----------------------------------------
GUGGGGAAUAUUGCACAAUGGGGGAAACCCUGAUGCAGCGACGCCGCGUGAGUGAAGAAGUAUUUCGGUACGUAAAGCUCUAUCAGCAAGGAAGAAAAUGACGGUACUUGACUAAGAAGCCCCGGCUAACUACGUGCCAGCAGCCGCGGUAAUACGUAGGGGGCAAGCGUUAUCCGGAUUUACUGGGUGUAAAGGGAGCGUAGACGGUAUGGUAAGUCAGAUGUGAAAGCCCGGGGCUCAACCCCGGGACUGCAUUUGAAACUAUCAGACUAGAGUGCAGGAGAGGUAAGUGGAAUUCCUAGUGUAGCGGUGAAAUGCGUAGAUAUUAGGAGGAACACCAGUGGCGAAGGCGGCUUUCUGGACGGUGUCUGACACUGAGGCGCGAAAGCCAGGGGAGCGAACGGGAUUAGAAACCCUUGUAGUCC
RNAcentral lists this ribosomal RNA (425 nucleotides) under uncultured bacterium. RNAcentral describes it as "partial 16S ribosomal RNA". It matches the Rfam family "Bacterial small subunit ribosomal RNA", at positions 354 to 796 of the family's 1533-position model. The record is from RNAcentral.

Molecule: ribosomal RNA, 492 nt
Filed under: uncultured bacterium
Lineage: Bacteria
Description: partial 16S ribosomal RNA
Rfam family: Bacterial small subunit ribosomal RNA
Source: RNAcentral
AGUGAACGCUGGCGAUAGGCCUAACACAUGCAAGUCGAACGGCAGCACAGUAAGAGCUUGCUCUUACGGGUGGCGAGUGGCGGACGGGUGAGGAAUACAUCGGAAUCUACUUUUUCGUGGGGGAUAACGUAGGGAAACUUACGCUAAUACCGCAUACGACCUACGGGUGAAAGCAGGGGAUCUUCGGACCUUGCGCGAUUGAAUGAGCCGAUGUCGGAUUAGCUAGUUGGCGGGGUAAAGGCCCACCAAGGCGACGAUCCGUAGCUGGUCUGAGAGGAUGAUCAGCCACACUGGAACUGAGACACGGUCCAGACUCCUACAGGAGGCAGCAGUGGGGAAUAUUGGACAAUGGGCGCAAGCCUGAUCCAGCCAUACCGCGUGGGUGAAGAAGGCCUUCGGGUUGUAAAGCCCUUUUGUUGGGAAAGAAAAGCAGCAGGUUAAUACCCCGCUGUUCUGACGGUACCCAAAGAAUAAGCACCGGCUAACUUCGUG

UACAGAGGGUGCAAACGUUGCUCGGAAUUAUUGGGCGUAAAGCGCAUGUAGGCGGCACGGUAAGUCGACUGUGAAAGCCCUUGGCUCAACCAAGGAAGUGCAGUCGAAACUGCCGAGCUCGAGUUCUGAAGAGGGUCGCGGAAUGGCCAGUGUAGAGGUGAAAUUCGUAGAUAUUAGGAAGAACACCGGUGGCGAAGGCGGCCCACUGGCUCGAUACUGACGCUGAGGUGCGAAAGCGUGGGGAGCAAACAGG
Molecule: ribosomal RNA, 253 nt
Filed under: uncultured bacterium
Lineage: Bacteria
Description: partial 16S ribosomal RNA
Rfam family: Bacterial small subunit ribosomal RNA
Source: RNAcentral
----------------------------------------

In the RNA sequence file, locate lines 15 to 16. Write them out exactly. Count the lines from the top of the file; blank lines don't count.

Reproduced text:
Rfam family: Bacterial small subunit ribosomal RNA
Source: RNAcentral